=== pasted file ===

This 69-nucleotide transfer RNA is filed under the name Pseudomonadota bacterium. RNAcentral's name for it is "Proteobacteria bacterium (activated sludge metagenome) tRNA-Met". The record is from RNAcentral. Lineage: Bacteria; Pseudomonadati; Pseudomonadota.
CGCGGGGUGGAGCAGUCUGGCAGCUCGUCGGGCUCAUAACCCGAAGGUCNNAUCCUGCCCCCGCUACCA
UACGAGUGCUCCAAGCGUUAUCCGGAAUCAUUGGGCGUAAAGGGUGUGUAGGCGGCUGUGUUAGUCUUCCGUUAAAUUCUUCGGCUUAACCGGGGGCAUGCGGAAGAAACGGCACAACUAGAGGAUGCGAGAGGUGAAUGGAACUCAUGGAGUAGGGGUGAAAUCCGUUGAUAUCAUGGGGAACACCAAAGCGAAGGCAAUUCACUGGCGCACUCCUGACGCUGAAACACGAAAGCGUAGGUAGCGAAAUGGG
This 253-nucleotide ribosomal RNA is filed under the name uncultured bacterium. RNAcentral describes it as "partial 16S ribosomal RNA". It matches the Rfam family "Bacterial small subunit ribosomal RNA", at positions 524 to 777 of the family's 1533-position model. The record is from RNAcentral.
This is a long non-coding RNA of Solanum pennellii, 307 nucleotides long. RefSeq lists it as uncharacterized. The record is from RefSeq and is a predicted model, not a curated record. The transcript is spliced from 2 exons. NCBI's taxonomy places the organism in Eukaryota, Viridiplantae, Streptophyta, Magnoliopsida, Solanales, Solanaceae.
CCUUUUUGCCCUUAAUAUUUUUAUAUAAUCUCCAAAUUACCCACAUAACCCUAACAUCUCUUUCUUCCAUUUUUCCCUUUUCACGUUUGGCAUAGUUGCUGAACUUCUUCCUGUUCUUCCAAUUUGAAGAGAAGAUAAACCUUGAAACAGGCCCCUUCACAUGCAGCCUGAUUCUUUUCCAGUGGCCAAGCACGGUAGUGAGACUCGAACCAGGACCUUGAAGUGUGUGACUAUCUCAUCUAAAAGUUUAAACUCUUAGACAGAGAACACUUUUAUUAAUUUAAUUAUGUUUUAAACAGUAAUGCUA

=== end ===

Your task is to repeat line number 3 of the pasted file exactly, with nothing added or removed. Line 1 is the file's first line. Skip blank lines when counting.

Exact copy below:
UACGAGUGCUCCAAGCGUUAUCCGGAAUCAUUGGGCGUAAAGGGUGUGUAGGCGGCUGUGUUAGUCUUCCGUUAAAUUCUUCGGCUUAACCGGGGGCAUGCGGAAGAAACGGCACAACUAGAGGAUGCGAGAGGUGAAUGGAACUCAUGGAGUAGGGGUGAAAUCCGUUGAUAUCAUGGGGAACACCAAAGCGAAGGCAAUUCACUGGCGCACUCCUGACGCUGAAACACGAAAGCGUAGGUAGCGAAAUGGG